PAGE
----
Here we have another workflow case study. Bernd Porr, director of the feature film Anna Unbound, shared a blog post on the film's organization on location, leading up to the final edit in Premiere Pro. This post is like cocaine for you AE's and workflow buffs! Bernd explains how each scene had it's own Premiere Pro project file and metadata. All of which were then added as bins inside the master Premiere Pro project file. Edited scenes were then cut into the master sequences as nested clips, which Bernd says was a huge benefit because the scenes were protected from "accidental edits". Overall, this was a really fascinating read!
Editor and blogger, Jonny Elwyn, posted an extensive roundup of VR/360 video resources. This includes the new VR workflow in Premiere Pro CC 2015.3. You can find this about halfway down Jonny's post. Again, this a lengthy post with a ton of highlights and links to helpful VR/360 video content that define what it is, how to view it, and how to edit it.
BREAKING NEWS. The Adobe Premiere Twitter handle claimed actual humans are behind the account. And not only that, these so-called humans are also monitoring user Tweets!
Premiere Pro Puns
Funny stuff from Premiere Pro users...
Premiere Pro Tips
Vashi Nedomansky is an editor and post-production consultant. He is currently editing 6 Below, a Scott Waugh film starring Josh Hartnett. Since the end of March, Vashi has been updating his blog post 6 Below: Film Editing in 6K which details his experience editing this feature film natively in 6K in Premiere Pro. This week's update features a closer look a one of the 300+ VFX shots, all of them natively composited in 6K in After Effects and Mocha. Scroll through this blog post and vicariously experience what it's like to edit a feature film in Premiere Pro!
Did someone say Vashi Nedomansky? This week's tip from Adobe Video World features a blog post by Vashi... which features keyboard shortcut layouts by editor and Premiere Pro trainer Dylan Osborn. (These were featured previously in Week in Premiere when Vashi first published this post, but are back again because they're so awesome.) Dylan's keyboard shortcut diagrams include the default Premiere Pro keyboard layouts (Mac and PC) as well as his Advanced FCP7 layout, which improves the default FCP7 keyboard shortcut layout. Download links available in the post!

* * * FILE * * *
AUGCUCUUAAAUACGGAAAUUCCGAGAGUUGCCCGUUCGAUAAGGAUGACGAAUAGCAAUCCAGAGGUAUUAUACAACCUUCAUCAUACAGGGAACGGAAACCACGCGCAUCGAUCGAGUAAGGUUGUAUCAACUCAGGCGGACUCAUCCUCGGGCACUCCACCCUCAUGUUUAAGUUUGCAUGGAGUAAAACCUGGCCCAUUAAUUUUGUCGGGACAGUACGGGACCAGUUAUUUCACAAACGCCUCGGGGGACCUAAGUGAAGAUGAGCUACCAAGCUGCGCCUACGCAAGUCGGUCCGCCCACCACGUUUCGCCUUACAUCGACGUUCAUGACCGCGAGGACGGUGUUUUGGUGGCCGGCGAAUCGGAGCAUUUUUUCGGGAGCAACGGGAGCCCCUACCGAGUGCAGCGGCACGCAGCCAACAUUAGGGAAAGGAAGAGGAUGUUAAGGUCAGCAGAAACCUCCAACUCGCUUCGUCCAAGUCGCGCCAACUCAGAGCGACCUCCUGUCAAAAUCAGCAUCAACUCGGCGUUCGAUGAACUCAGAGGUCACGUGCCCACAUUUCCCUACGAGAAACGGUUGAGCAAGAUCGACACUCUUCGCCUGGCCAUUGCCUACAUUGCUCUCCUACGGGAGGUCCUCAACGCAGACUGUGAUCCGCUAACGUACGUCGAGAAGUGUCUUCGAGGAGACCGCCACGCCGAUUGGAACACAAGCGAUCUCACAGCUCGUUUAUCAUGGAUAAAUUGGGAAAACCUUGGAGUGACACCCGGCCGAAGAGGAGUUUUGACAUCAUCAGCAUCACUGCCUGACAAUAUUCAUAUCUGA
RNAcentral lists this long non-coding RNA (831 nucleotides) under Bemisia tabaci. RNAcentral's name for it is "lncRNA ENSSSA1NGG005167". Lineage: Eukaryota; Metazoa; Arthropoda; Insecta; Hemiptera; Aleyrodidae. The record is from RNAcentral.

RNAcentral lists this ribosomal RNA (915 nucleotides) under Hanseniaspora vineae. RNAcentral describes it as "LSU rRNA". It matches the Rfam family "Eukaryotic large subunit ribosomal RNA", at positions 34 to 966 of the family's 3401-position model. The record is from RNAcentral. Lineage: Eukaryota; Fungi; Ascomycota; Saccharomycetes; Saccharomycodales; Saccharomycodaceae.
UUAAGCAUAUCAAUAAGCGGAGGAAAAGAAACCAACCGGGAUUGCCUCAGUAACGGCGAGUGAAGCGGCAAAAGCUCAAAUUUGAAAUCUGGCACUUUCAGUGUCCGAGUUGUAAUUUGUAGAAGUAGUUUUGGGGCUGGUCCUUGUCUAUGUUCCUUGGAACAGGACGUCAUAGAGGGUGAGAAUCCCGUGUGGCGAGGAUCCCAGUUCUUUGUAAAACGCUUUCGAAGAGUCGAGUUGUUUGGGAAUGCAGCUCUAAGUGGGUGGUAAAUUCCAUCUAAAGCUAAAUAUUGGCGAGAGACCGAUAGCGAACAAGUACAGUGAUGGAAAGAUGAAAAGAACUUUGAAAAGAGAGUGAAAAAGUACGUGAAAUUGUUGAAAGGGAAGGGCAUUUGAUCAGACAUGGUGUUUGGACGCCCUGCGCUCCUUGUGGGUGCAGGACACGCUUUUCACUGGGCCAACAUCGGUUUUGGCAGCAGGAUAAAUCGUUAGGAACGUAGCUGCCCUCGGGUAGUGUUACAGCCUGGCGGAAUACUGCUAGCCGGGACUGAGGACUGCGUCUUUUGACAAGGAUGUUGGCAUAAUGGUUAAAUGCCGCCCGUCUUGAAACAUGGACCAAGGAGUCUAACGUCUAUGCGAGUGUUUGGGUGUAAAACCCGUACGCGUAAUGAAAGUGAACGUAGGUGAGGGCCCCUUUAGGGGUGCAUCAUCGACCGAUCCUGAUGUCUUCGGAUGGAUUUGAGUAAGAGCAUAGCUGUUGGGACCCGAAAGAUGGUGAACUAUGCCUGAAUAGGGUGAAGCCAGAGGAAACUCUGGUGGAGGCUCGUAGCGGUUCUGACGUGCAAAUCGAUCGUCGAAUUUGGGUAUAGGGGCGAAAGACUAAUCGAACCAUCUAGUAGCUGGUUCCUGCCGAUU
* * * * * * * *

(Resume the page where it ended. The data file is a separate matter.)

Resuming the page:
No need to aggrandize here. Motion Array shared the keyboard shortcut to create a new title in Premiere Pro.
How to create a bin o' selects. Thanks to Joe Vallero.
Love it when Hot Key of the Day features Premiere Pro...
Premiere Pro Tutorials
In this video, legendary trainer Larry Jordan shows the new and improved Dynamic Link workflow between Premiere Pro CC and Adobe Audition. This is an excerpt from the longer webinar series: New Features in Adobe Media Software. Larry demonstrates this is a live link (as opposed to just referencing saved project files) by changing the saturation of a shot in Premiere Pro and showing it update immediately in Adobe Audition. There has never been a better time to move your post-production audio workflow over to Adobe Audition!